A caregiver’s guide to dealing with dementia
If you’re dealing with dementia because your parent, spouse, sibling or care recipient has been diagnosed, it’s important to realize that many things will change over time, including the way that your loved one behaves, the way that the two of you interact and the way that she handles daily activities like eating and grooming. You’ll also have to consider your loved one’s safety in ways than you haven’t before.
As you navigate the world of dementia care, here’s what to expect.
The typical stages of dementia
Dementia is an umbrella term that refers to a decline in memory and mental ability that interferes with a person’s capacity to live her life normally, and it includes Alzheimer’s disease. Symptoms get worse over time.
“An Alzheimer’s diagnosis can change life for everyone in a family, as family members take on new roles and relationships change,” says Ruth Drew, director of information and support services for the Alzheimer's Association. “Understanding how the disease progresses can help, so that families can take steps to be prepared for what’s to come.”
- Early-stage: People with early-stage dementia may seem like themselves, but they have trouble remembering names or new information. They may lose things and have problems completing tasks that involve several steps.
- Middle-stage: People with middle-stage dementia have trouble recalling many things, including details about their own lives and personal histories. They may become moody, depressed or frustrated, and they may refuse to bathe or care for themselves. They may have accidents if they forget to use the bathroom. Some people wander around their homes or even outside, and not be able to recall their name or address.
- Late-stage: People with late-stage dementia can no longer communicate with words. The dementia affects their ability to move, so they may be confined to a bed or wheelchair. Eventually, they may not be able to swallow food or be aware of their surroundings.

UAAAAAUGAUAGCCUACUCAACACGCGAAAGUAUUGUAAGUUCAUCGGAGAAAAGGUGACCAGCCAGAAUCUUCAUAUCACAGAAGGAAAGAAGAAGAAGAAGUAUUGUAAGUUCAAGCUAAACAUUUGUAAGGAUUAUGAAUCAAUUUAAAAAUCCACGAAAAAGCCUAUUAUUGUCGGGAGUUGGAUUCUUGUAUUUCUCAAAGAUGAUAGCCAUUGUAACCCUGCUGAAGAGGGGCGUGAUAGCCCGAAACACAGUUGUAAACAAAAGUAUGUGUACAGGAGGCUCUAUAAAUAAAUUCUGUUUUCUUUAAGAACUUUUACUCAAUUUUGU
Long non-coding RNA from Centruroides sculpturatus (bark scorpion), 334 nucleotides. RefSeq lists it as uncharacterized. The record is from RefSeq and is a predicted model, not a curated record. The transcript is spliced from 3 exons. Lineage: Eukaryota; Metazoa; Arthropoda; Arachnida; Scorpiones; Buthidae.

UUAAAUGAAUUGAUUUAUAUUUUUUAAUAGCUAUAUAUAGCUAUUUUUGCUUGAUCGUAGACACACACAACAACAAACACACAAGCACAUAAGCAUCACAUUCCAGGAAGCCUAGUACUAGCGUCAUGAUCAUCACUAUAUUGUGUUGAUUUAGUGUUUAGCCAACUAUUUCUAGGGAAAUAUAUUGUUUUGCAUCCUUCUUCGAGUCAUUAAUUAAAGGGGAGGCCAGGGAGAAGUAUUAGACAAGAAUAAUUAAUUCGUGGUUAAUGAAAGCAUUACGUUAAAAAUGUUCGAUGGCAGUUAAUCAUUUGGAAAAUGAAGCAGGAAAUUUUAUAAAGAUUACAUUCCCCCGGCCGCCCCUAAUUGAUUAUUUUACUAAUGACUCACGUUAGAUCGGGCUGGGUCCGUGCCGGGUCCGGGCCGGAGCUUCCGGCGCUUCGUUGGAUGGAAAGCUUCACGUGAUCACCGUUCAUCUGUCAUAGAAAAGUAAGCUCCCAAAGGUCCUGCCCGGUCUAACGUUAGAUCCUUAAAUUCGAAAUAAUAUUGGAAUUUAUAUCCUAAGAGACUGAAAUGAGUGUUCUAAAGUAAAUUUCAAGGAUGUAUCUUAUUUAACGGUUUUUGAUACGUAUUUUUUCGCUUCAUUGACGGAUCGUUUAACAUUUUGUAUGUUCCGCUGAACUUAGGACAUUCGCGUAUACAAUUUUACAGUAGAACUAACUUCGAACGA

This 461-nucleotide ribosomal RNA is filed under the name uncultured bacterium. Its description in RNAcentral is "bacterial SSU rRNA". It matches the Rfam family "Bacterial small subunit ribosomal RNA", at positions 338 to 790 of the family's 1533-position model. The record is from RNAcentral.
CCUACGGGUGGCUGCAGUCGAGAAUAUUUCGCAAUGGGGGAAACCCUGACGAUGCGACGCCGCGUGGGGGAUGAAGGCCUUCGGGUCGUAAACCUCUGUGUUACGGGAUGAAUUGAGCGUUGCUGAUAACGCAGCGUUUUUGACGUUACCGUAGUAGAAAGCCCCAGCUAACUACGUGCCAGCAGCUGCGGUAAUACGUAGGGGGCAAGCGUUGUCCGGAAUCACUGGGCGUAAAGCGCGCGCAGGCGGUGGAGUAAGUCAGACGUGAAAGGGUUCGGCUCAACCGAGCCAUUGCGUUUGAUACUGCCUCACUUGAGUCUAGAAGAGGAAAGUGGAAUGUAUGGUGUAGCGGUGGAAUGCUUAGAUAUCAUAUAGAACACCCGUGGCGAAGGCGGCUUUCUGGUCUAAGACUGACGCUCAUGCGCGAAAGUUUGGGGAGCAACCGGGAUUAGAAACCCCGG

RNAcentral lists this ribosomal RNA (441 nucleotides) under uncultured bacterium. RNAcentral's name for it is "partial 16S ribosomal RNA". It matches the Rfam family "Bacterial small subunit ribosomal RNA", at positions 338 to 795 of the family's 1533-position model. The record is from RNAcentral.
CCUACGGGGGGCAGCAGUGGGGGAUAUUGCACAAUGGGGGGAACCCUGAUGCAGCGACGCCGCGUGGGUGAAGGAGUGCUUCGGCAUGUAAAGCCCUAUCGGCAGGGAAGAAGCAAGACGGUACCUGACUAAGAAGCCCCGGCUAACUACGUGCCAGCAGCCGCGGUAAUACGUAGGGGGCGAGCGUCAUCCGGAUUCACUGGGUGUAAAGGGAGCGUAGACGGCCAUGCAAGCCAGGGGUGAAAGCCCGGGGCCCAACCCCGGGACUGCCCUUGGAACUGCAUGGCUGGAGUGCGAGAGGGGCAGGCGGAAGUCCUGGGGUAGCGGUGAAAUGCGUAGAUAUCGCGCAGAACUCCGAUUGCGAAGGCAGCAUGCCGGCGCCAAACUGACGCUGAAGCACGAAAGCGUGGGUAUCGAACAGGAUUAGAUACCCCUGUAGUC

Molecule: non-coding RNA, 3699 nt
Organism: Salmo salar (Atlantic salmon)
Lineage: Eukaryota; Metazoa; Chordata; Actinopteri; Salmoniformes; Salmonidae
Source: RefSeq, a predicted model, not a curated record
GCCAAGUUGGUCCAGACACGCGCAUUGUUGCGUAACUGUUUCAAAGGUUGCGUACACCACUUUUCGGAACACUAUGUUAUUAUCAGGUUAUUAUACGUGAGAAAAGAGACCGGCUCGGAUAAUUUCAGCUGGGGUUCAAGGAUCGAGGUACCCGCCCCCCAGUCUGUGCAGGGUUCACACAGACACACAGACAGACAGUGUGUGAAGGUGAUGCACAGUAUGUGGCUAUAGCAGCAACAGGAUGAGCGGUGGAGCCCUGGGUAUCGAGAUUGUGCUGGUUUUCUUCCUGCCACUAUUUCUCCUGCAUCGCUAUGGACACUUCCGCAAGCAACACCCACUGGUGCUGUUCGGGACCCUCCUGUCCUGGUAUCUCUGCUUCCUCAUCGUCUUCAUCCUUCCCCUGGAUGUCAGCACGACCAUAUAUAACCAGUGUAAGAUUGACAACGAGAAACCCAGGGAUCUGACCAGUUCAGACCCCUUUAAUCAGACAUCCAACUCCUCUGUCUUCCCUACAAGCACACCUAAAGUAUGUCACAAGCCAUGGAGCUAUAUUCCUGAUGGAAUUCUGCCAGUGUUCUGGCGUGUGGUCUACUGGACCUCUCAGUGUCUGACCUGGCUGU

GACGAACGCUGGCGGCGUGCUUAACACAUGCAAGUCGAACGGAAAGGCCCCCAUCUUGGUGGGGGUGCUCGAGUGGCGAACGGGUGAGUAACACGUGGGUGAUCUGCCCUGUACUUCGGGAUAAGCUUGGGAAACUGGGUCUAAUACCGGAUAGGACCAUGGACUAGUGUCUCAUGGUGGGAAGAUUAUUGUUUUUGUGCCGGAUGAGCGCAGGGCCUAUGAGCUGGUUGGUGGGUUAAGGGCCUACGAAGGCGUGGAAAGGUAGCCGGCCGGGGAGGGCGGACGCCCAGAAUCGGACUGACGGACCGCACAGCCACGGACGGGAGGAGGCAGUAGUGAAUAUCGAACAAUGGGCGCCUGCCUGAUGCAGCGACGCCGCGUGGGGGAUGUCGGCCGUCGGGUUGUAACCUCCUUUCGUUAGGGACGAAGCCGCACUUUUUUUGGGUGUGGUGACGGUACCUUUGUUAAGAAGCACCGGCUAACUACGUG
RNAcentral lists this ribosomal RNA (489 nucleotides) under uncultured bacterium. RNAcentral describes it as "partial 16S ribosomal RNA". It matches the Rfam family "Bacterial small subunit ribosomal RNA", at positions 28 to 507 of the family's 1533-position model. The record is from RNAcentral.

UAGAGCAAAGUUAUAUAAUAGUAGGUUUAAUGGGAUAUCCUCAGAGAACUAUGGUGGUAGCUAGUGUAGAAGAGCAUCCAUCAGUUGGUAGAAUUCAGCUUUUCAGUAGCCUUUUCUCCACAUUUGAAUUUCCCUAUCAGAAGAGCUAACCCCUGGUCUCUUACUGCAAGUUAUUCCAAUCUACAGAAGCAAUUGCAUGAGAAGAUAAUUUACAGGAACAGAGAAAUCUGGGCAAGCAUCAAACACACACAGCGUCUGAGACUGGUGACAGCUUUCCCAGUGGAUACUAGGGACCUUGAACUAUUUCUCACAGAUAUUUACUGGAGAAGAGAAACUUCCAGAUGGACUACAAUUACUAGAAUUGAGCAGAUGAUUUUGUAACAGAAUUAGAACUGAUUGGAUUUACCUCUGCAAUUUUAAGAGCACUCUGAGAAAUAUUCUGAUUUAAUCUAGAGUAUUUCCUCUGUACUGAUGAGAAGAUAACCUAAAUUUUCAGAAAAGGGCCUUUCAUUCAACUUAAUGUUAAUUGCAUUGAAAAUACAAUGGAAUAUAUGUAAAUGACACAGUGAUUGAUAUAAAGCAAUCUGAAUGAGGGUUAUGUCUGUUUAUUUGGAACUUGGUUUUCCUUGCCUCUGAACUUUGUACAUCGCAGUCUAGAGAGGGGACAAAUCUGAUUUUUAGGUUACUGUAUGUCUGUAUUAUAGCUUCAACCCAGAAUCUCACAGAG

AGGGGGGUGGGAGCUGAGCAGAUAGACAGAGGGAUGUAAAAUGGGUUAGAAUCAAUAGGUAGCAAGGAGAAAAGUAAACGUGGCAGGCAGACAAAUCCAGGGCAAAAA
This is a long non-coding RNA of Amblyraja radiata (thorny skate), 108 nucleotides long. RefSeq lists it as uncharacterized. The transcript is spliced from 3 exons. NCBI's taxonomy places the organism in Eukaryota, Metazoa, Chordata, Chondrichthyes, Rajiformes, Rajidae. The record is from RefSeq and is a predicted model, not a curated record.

Communicating with your loved one
It can be emotionally wrenching if your loved one can’t remember who you are or what you’ve done together but it's advised to continue to address them as an adult. Do your best to remain calm, because people with dementia react to emotions and tone of voice.
“If a person is stressed and nervous, she will sense this feeling and is likely to increase her anxiety or distress,” says Laci Cornelison, MS, LBSW, a research assistant and instructor at the Kansas State University Center on Aging. “Focus on connecting with the person as a human being, whether that is through spoken word or touch: Holding hands, hugs, sitting next to them. Connection can be attained in many ways outside of verbal communication.”
Ensuring good hygiene and nutrition
Gradually, someone with dementia may forget to perform important daily tasks like eating and showering. When you begin to notice a difference, step in to make sure that those duties are fulfilled, either by helping yourself, finding another family member or friend to do it or hiring a caregiver.
“Be watchful for signs of self-neglect, such as foul body odor — a sign of not bathing, wearing the same clothes repeatedly, trash not being taken out, hair not combed, nails not trimmed and noticeable weight loss,” Cornelison says. “These are all signs that the person is beginning not to be able to manage their daily needs on their own and needs more consistent supervision of daily tasks ... help with activities of daily living, meal preparation and monitoring, medication management, etc.”
Caring for your loved one should be a team effort; don’t let all responsibilities fall on one relative.
“Discuss the tasks that will need to be completed and decide who the best fit for that task is,” Drew says. “Not all family members will be comfortable with personal care, such as bathing, but may be able to offer help in other ways, such as preparing meals or handling finances.”
Dementia safety concerns
As dementia advances, it may become harder for your loved one to continue living at home without full-time supervision.
“Unfortunately, constant supervision, as well as elimination of objects and processes prone to injury, does become necessary in many cases,” says Kevin Jameson, president and founder of the Dementia Society of America. “Risks like cutting oneself, creating fires, burns and falls are all very, very real.”
You may need to hire a full-time caregiver — who can also provide you with respite care — especially if you work outside the home.